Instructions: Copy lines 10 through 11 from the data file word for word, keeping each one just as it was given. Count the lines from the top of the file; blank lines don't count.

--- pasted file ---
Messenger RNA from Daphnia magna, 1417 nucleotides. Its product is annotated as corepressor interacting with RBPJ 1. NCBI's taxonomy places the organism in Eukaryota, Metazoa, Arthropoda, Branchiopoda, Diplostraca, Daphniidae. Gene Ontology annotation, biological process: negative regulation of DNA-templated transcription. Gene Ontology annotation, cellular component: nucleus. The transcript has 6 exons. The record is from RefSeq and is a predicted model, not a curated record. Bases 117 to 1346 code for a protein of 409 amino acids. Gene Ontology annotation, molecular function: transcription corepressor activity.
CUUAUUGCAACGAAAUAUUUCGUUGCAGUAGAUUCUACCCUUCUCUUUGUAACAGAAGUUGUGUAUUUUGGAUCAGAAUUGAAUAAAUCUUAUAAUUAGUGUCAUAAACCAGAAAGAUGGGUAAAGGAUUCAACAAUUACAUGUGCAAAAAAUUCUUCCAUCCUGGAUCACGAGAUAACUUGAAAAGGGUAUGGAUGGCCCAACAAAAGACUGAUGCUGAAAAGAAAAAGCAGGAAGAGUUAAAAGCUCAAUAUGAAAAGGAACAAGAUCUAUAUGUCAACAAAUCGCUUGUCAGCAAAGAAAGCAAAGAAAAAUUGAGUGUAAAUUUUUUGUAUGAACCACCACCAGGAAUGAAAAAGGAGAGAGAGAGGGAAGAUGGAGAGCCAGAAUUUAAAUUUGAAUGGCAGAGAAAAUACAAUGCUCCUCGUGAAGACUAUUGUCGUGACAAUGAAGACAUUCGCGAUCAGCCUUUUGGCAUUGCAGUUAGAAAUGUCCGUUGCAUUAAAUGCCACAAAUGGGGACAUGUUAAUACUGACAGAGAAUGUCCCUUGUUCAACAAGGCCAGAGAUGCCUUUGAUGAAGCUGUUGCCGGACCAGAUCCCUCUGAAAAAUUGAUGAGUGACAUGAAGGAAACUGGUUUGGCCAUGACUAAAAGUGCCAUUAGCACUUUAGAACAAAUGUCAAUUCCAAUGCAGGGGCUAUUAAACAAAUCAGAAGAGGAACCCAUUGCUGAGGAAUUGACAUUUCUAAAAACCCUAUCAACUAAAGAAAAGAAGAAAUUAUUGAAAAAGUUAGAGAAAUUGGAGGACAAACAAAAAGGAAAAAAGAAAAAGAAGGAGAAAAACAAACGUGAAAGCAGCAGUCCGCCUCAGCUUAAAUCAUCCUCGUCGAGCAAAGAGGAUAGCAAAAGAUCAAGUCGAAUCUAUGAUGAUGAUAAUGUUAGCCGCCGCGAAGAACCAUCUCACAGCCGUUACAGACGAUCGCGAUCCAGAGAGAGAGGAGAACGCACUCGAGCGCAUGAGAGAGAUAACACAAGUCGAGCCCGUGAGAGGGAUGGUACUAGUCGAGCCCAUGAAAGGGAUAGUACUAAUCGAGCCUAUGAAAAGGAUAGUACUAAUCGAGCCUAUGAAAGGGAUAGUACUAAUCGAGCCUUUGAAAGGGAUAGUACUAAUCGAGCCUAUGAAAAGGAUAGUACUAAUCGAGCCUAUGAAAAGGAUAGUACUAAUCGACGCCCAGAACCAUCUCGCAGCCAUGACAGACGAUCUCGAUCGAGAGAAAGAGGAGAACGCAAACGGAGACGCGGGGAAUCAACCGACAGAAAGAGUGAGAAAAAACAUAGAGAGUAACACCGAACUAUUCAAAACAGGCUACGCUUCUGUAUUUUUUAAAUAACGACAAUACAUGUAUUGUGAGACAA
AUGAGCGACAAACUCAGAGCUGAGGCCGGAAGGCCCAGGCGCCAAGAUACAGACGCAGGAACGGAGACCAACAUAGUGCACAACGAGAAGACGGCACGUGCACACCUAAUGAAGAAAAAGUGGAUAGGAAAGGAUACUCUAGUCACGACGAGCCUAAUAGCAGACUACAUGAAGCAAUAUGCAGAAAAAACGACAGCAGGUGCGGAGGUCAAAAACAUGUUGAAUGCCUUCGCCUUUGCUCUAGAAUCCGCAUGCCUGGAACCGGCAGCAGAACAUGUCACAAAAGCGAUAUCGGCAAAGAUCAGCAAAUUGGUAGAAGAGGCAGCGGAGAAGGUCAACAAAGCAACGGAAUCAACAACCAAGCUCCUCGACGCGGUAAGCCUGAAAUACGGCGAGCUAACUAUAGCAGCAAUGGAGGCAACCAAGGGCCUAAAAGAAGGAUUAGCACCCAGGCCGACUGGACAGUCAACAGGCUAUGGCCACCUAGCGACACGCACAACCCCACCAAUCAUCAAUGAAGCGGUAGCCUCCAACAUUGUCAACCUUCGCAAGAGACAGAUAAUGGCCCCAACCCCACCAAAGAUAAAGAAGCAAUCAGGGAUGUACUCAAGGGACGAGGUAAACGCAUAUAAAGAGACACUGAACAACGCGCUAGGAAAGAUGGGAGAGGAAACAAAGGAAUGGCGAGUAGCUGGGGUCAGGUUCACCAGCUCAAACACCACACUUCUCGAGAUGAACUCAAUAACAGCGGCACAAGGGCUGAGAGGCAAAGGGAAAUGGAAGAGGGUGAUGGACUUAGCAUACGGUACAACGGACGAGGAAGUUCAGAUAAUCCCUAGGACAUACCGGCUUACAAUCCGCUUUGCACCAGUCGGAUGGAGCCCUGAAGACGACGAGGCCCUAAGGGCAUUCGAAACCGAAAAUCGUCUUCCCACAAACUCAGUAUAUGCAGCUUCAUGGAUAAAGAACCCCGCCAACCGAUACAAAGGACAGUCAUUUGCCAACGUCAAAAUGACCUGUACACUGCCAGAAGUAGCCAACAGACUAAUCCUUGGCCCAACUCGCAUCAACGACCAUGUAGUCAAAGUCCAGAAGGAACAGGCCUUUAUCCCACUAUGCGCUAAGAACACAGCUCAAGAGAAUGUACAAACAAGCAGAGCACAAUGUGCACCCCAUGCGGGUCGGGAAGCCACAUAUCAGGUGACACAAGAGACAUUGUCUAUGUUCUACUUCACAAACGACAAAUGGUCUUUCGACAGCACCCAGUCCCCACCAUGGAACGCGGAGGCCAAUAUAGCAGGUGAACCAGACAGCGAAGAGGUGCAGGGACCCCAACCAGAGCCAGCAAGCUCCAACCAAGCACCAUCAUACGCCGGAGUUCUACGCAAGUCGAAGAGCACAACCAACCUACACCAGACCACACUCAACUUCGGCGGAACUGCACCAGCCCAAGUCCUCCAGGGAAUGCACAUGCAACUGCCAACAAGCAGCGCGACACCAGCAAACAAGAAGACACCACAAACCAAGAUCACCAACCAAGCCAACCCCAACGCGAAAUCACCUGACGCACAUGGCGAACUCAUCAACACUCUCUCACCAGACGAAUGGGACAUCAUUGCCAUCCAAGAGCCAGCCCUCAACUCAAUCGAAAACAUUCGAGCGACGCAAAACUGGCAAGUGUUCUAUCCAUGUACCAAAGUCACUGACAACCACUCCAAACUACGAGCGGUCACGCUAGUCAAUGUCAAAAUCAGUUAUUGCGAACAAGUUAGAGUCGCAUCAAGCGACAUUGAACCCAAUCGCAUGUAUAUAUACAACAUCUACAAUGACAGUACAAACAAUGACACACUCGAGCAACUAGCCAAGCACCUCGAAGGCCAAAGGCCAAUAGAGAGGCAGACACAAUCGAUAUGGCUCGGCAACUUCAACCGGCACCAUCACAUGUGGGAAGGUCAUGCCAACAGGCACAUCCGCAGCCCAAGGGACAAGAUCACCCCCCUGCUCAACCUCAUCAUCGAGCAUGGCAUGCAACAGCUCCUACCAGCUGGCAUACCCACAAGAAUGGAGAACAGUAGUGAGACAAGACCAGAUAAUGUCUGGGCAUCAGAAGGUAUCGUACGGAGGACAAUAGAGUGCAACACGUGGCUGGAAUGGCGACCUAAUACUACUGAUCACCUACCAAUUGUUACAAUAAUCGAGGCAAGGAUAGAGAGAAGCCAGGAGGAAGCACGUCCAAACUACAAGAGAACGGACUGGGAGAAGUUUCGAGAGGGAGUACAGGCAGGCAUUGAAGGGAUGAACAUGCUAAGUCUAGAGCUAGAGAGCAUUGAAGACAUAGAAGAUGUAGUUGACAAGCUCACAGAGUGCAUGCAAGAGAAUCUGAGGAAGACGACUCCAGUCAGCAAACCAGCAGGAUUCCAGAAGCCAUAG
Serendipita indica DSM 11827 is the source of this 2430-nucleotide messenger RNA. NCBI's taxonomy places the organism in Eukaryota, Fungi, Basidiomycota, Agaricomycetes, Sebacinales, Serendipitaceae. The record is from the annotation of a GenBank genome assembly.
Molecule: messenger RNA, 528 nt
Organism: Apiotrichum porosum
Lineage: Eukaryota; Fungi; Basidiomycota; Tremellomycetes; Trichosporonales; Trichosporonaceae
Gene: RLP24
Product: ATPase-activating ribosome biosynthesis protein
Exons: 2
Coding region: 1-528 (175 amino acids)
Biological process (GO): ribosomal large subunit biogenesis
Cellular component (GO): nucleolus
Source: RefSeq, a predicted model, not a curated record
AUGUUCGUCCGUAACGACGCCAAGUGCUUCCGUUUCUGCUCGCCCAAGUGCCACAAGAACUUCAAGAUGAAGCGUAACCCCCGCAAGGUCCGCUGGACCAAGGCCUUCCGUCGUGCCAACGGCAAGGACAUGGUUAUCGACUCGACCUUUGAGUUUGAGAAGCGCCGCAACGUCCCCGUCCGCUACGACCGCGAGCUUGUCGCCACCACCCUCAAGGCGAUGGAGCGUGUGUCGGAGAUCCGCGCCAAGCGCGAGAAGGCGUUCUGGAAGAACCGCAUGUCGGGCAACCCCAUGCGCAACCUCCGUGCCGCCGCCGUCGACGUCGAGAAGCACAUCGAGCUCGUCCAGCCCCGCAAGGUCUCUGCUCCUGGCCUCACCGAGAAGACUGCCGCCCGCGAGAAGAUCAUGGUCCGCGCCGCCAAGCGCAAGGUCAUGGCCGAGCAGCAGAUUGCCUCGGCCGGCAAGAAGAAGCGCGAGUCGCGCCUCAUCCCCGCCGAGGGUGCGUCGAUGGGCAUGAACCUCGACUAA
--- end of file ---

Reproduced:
Exons: 2
Coding region: 1-528 (175 amino acids)